September 12 was a busy day in Moon science history.
On September 12, 1959, the Soviet Union launched the second of their Luna Moon probes. Luna 1 was supposed to be the first man made object to reach the Moon, but an error during launch caused the probe to miss its intended target. Luna 2 was designed to fly to the Moon and impact on the surface. It would do so on September 13 when it impacted at 0 degrees longitude, 29.1 degrees N latitude in the Palus Putredinus region.
Luna 2 would verify Luna 1’s discovery of the Solar wind. The Solar wind is a stream of high energy particles and plasma released by the Sun that spreads outwards across the solar system. Its existence was postulated by several physicists and astronomers but had never been directly measured prior to Luna 1’s flight. Luna 2 confirmed this discovery. Luna also discovered there were no radiation belts around the Moon as there are around the Earth and the Moon has no appreciable magnetic field.
On September 12, 1962, President Kennedy made his “We choose to go to the Moon” speech at Rice University in Texas. The common perception among Americans prior to 1962 was the United States was constantly lagging behind the Soviets in the Space Race. The Soviets had beat the US to several firsts: first satellite (Sputnik), first man in space (Yuri Gagarin), and first to send spacecraft to the Moon (Luna 2). The Rice speech was supposed to challenge the American people to support a drive to pull ahead of the Soviets by appealing to national pride. He addressed the crowd of 35,000 and outlined a plan to dedicate the nation’s support to landing a man on the moon and bringing him back safely by the end of the decade. The United States would successfully meet this challenge on July 20, 1969.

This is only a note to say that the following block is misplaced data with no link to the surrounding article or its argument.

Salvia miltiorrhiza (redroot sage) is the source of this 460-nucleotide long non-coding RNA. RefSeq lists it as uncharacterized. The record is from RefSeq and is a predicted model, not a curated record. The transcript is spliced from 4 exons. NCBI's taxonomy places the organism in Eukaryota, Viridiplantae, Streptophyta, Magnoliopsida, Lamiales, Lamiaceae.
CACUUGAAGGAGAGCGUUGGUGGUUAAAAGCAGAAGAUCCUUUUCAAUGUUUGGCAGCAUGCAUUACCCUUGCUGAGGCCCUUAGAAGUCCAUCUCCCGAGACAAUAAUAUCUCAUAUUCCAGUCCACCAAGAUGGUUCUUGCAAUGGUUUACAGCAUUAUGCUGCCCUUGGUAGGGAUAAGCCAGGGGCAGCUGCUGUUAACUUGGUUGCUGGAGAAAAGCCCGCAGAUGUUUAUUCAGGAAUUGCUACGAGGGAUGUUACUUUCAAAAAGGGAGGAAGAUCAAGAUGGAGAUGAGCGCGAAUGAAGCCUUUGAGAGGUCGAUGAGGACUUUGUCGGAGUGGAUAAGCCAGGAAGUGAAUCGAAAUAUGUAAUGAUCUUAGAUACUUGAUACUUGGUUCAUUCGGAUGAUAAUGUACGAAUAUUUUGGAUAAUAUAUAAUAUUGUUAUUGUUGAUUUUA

Here is Kennedy’s Rice University address from September 12, 1962. It is a pretty stirring speech.
Notable Science Events for September 12
1962 – Kennedy gives his Moon speech.
1959 – Soviets launch Luna 2 spacecraft.
1923 – Jules Violle died.
Violle was a French astronomer who made the first high altitude measurement of the solar constant. The solar constant is the amount of radiant energy per unit area when the sun is directly overhead. He also created a unit of luminous intensity called the violle based on the light emitted by 1 cm2 of platinum at its melting point. It was the first unit of light intensity not based on a lamp or candle. This unit was eventually replaced by the modern SI unit of the candela.
1897 – Irène Joliot-Curie was born.
Joliot-Curie was a French chemist who shared the 1935 Nobel Prize in Chemistry for the synthesis of new radioactive isotopes with her husband Frédéric. They bombarded stable atoms with alpha particles to transmute them into different radioactive elements. They created nitrogen from boron, phosphorus from aluminum and silicon from magnesium.
She was the daughter of Marie and Pierre Curie.
1888 – Richard Anthony Proctor died.
Proctor was an English astronomer who first suggested moon craters were the result of meteor impacts and were not volcanic in nature.
He was also one of the first to create detailed maps of the surface of Mars. He used drawings and sketches of Mars dating back from 1666 along with observations of his own to compose his map. Using this data, he determined the length of Mars’ sidereal day within 0.1 seconds of the currently accepted value.
Proctor generated public interest in astronomy by writing about different astronomical topics in a casual, popular style. Along with books of his own, he published articles in popular science magazines of the time.